Thanks Sam! This is really helpful. I'd be interested in talking on Skype about this sometime soon (just emailed you about it). Some thoughts below:

Is longtermism a cause?

One idea I've been thinking about is whether it makes sense to treat longtermism/the long-term future as a cause.

Longtermism is the view that most of the value of our actions lies in what happens in the future. You can hold that view and also hold the view that we are so uncertain about what will happen in the future that doing things with clear positive short-term effects is the best thing to do. Peter Hurford explains this view nicely here.

I do think that longtermism as a philosophical point of view is emerging as an intellectual consensus in the movement. Yet, I also think there are substantial and reasonable disagreements about what that means practically speaking. I'd be in favor of us working to ensure that people entering the community understand the details of that disagreement.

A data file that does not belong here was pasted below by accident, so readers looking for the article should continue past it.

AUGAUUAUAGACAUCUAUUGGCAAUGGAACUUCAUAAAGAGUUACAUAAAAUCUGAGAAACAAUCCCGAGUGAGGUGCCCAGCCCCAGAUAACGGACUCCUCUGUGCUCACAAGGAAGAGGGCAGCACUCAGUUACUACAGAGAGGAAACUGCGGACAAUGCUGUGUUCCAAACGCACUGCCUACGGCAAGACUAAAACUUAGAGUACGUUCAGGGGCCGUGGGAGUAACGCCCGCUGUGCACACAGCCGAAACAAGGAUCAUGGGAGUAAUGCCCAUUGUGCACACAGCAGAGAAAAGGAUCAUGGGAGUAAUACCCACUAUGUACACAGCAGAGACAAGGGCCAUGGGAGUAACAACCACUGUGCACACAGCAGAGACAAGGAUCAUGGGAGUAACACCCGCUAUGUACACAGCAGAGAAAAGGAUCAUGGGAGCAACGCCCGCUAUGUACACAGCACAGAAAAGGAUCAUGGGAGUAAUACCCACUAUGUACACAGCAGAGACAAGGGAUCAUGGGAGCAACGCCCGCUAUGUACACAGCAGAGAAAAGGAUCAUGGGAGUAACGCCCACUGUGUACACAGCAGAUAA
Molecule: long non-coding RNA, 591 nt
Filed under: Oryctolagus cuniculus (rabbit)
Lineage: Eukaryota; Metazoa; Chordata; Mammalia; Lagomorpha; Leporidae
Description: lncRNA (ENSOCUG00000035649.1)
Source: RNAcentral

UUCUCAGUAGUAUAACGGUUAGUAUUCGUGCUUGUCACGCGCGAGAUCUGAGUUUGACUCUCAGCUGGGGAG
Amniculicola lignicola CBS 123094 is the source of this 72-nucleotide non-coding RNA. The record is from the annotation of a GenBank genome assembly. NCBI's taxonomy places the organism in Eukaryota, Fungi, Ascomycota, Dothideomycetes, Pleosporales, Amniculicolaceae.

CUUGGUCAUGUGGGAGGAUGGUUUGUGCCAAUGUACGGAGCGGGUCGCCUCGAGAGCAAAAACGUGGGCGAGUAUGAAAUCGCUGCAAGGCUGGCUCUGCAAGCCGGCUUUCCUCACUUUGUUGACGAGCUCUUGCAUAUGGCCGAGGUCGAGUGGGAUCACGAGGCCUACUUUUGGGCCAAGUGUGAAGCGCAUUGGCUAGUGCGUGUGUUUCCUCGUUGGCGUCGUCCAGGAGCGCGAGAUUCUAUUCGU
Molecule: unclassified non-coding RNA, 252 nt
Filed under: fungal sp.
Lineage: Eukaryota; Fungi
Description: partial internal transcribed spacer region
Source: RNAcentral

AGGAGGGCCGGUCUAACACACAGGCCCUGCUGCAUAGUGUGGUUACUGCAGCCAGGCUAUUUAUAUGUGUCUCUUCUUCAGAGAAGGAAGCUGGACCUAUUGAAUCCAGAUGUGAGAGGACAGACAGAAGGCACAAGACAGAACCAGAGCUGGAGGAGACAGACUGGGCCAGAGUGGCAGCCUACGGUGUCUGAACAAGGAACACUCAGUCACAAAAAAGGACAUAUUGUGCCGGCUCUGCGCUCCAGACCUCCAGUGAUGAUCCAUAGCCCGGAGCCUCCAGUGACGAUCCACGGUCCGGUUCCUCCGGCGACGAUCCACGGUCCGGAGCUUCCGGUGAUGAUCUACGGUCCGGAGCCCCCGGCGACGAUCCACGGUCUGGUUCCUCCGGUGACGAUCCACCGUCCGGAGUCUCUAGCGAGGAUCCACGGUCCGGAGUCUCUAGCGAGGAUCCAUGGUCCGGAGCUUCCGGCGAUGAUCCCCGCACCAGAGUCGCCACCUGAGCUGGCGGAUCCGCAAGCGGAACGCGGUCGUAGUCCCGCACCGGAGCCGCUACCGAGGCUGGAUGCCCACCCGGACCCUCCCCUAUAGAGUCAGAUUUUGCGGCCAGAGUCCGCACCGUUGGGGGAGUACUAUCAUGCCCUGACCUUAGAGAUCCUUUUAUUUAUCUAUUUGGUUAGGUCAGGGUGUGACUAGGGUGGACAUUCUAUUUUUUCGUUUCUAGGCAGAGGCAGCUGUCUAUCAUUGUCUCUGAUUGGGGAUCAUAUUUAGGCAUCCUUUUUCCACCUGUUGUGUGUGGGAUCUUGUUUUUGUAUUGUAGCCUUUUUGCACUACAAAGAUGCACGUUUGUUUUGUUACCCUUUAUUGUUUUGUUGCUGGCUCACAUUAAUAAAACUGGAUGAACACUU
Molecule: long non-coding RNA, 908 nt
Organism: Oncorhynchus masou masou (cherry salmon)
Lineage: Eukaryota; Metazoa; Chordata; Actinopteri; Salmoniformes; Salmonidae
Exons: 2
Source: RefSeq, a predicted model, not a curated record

My guess is that while CEA is very positive on longtermism, we aren't anywhere near as positive on the cause/intervention combinations that longtermism typically suggests. For example, personally speaking, if it turned out that recruiting ML PhDs to do technical AI-Safety didn't have a huge impact I would be surprised but not very surprised.

Threading the needle

My feeling as I've been thinking about representativeness is that getting this right requires threading a very difficult needle because we need to optimize against a large number of constraints and considerations. Some of the constraints include: